Following its best season in decades, a major Saturday Night Live cast shake-up is unlikely. Still, with the exit of stalwarts Vanessa Bayer, Bobby Moynihan and Sasheer Zamata, Executive Producer Lorne Michaels has his work cut out for him rebuilding for Season 43. Expect new cast members to be announced just prior to next fall’s season premier, though it wouldn’t be surprising to see one or two current cast members released this summer. Finessing the finer points of his SNL cast has been something for which Michaels is both revered and feared.
As we’ve done in the past, we’re breaking down who we expect to return from the current cast, and what Not Ready for Primetime Players we think will be joining Bayer, Moynihan and Zamata in pursuing new endeavors. It should be noted that these predictions are highly speculative—based entirely on close watching the show all season. We have no insider information and, frankly, give no weight to showbiz gossip.
So with that caveat, here are our predictions for who will be back, who will go, and who is on the cusp.
100% chance of return
Former staff writer turned featured performer Mikey Day was Season 42’s surprise breakout star. Day showed up in leading roles from the get-go, and by season’s end was SNL’s most recognizable new guy. Day’s particular genius is making the most out of every character he plays, coupled with his unique ability to make even the most absurd characters utterly believable. Expect him to be promoted to full repertory company for his second season—well on his way to “the next Will Farrell” accolades by season’s end.
95% chance of return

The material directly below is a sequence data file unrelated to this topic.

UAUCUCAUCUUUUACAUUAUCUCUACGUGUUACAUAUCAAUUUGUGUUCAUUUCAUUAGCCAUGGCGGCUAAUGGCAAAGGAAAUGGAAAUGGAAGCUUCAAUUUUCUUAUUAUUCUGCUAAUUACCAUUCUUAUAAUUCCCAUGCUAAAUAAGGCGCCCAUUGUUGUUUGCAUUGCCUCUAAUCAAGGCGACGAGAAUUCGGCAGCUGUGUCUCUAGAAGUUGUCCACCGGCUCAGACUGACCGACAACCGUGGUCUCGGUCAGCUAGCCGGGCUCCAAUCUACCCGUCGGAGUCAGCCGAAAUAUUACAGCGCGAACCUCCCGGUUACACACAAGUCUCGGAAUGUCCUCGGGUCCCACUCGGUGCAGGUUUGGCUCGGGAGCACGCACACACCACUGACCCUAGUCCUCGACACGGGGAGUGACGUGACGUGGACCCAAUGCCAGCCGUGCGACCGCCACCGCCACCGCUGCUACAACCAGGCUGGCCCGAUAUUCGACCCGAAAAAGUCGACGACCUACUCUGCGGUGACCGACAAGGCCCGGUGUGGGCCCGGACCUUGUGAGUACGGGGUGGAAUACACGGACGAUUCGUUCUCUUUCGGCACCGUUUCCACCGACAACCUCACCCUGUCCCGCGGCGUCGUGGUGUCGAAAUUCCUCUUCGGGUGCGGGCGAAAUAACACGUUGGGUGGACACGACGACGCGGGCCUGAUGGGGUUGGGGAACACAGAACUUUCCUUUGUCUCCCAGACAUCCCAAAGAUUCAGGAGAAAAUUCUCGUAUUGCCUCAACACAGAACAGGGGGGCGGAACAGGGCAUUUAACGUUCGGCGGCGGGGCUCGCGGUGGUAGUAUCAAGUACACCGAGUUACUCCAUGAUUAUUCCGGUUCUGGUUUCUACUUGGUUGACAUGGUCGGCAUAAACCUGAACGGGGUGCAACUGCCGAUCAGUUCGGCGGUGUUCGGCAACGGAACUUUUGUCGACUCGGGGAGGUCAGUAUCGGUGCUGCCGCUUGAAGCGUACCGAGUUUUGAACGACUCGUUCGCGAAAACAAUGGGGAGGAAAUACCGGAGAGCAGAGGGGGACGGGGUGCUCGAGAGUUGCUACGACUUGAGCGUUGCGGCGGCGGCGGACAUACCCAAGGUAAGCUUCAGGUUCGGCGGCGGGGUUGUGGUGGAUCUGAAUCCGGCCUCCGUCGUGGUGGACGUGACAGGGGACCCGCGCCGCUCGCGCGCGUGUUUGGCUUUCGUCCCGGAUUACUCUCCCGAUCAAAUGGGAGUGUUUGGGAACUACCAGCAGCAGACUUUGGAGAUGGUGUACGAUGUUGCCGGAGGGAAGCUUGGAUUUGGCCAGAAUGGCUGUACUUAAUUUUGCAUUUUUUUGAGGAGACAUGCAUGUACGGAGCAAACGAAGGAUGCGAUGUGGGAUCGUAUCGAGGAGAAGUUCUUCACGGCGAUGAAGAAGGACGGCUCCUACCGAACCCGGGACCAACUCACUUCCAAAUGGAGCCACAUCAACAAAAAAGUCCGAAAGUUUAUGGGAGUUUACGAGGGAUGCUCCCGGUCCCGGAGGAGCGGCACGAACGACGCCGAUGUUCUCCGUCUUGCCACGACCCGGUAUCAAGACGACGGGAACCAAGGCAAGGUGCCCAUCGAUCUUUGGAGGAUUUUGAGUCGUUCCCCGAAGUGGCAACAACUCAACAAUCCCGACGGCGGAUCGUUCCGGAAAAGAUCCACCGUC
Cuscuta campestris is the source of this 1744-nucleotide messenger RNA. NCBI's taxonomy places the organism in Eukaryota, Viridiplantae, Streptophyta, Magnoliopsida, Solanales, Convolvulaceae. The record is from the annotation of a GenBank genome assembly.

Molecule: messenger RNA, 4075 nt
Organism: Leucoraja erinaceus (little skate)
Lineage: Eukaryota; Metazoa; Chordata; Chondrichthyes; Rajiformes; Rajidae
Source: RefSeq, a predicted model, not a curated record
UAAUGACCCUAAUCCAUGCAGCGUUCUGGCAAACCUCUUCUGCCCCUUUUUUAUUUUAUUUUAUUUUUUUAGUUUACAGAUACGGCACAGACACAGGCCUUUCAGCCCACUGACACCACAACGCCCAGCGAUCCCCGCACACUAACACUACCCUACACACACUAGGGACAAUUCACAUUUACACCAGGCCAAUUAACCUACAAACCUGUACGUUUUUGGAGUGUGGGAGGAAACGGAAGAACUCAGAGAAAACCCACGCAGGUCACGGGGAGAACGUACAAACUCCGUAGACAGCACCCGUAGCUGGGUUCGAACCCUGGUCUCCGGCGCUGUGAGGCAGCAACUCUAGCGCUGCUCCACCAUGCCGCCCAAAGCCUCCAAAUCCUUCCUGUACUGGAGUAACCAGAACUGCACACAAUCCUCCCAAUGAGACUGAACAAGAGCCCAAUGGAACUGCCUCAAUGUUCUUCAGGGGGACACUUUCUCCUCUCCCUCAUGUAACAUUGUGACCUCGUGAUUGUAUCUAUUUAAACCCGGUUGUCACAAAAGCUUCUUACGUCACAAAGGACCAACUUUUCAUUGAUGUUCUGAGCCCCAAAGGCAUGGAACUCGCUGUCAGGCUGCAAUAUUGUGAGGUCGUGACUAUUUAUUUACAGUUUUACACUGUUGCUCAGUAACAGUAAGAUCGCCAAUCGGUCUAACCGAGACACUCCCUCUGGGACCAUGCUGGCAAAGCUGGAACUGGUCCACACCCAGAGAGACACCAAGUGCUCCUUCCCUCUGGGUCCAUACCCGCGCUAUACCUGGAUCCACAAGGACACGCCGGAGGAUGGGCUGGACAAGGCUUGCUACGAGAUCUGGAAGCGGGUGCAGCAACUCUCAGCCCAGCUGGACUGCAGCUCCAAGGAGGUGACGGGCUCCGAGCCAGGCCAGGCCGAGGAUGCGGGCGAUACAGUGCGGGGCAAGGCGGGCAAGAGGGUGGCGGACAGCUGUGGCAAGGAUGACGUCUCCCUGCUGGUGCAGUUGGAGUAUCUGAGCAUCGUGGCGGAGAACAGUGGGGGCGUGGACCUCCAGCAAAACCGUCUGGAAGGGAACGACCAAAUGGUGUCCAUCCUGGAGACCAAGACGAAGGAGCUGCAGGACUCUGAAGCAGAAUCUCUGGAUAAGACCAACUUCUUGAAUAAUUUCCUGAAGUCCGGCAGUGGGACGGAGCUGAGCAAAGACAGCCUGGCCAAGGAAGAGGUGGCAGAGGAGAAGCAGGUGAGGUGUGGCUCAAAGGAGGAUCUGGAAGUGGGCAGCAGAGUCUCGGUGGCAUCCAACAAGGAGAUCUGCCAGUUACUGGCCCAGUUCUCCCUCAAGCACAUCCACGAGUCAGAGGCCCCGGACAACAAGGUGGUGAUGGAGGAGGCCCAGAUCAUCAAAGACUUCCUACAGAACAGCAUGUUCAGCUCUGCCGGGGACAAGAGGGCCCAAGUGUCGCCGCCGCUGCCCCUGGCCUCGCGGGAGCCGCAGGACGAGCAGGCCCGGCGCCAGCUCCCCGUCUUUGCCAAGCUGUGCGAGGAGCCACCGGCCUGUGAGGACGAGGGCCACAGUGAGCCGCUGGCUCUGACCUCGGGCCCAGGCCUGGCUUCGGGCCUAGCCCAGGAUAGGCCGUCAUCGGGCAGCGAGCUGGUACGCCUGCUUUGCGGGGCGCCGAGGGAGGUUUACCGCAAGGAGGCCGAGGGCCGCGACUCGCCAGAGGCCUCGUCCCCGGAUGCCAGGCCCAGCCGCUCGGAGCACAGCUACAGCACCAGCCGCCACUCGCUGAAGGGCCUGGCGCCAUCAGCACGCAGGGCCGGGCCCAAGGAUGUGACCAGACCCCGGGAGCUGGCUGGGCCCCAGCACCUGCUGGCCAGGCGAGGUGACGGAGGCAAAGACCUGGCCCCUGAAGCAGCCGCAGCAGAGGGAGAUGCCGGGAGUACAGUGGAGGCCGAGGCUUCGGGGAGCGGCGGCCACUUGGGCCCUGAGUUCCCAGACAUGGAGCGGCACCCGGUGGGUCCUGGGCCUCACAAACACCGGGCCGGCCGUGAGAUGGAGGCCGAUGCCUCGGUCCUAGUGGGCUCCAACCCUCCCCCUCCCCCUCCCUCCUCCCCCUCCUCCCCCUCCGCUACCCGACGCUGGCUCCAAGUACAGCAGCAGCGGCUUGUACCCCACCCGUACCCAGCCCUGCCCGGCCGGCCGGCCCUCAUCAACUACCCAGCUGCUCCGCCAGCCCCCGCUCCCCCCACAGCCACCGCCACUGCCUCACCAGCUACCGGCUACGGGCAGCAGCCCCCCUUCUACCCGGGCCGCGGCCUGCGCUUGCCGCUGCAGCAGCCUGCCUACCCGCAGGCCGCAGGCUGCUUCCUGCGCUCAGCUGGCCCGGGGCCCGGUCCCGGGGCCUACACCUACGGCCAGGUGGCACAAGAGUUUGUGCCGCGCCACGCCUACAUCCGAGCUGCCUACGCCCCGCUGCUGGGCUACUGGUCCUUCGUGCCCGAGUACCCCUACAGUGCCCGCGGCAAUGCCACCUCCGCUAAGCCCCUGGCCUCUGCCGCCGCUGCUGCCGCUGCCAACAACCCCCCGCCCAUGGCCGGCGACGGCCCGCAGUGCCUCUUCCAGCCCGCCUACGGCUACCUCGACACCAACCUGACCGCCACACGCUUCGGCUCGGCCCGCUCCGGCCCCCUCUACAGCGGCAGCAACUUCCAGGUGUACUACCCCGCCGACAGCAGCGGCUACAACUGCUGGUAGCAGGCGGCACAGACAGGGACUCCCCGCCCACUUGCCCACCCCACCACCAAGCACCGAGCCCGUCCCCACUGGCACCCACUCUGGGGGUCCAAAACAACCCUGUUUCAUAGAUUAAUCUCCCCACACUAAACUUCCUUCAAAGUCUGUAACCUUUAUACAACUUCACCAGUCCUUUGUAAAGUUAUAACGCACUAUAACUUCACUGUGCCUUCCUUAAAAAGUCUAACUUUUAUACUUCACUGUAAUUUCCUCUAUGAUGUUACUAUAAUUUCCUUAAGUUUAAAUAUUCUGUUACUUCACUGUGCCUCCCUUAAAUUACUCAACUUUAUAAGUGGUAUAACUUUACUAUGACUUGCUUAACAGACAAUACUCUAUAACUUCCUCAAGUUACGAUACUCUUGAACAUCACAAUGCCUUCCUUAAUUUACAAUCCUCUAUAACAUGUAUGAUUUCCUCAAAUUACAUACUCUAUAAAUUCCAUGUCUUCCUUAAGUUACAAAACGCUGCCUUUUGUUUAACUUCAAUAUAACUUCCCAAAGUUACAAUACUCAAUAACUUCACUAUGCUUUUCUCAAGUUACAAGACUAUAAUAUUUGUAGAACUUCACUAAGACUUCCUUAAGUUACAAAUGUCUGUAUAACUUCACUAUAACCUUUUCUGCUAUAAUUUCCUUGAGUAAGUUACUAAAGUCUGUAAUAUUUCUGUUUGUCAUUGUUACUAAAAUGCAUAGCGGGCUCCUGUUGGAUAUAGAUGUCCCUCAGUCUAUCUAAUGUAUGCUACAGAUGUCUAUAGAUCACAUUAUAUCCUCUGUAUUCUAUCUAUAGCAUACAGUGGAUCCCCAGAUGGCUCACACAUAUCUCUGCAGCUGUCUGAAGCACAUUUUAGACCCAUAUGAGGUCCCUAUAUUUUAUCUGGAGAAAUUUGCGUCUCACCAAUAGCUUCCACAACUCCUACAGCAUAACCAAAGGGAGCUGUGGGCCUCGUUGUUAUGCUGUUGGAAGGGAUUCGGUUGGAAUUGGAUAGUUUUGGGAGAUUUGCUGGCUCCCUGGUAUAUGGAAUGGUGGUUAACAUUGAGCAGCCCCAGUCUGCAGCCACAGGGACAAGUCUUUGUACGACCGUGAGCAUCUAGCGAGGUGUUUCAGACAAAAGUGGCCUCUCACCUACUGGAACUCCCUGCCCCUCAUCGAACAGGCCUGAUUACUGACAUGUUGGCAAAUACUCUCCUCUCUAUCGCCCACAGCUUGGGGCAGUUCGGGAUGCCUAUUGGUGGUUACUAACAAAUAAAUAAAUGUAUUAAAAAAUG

In just five seasons at SNL, Aidy Bryant has become one of the show’s most original and reliable voices. Bryant is the master of both the comically awkward preteen and the unflappably confident middle-aged matron—bringing a level of empathy to each that is rarely seen in sketch comedy. Expect Bryant to follow Vanessa Bayer’s lead, with her sixth season serving as a breakout year, which sets her up for a “victory lap” seventh.
90% chance of return
It took Bennett four seasons to go from offbeat, alt-comedy douchebag to heir-apparent to SNL’s Bland White Guy—a traditional slot that was left wide open after Taran Killam’s surprise departure last year. This has been disappointing to those of us who like the old, edgier Beck, but bodes well for his longevity with the show. Bennett’s had an solid season—his busiest. But he’d be wise to keep his edge. First year featured player Alex Moffat is Bland White Guy in waiting.
85% chance of return
Leslie Jones will be back for SNL 43 for one main reason: because she’s pretty much hilarious in everything she does. She might not be the best actor or most experienced sketch performer, but she has a presence and personality that can’t be denied. I still think a Jones-Che Weekend Update team would be a masterstroke, but I don’t think we’re going to see that happen, as Jost-Che seems locked-in for the near future.
80% chance of return
I was pretty sure that Kate McKinnon would leave after her star turn third season, last year. Just like the great college basketball players who turn pro after their freshman or sophomore year, Kate’s talents are out-sized for Studio 8H—she’s a movie star. SNL42 was solid for Kate, just not as stunning as Season 41. And though there doesn’t seem to be any practical reasons for her to stay, I do expect her back for one final season.
75% chance of return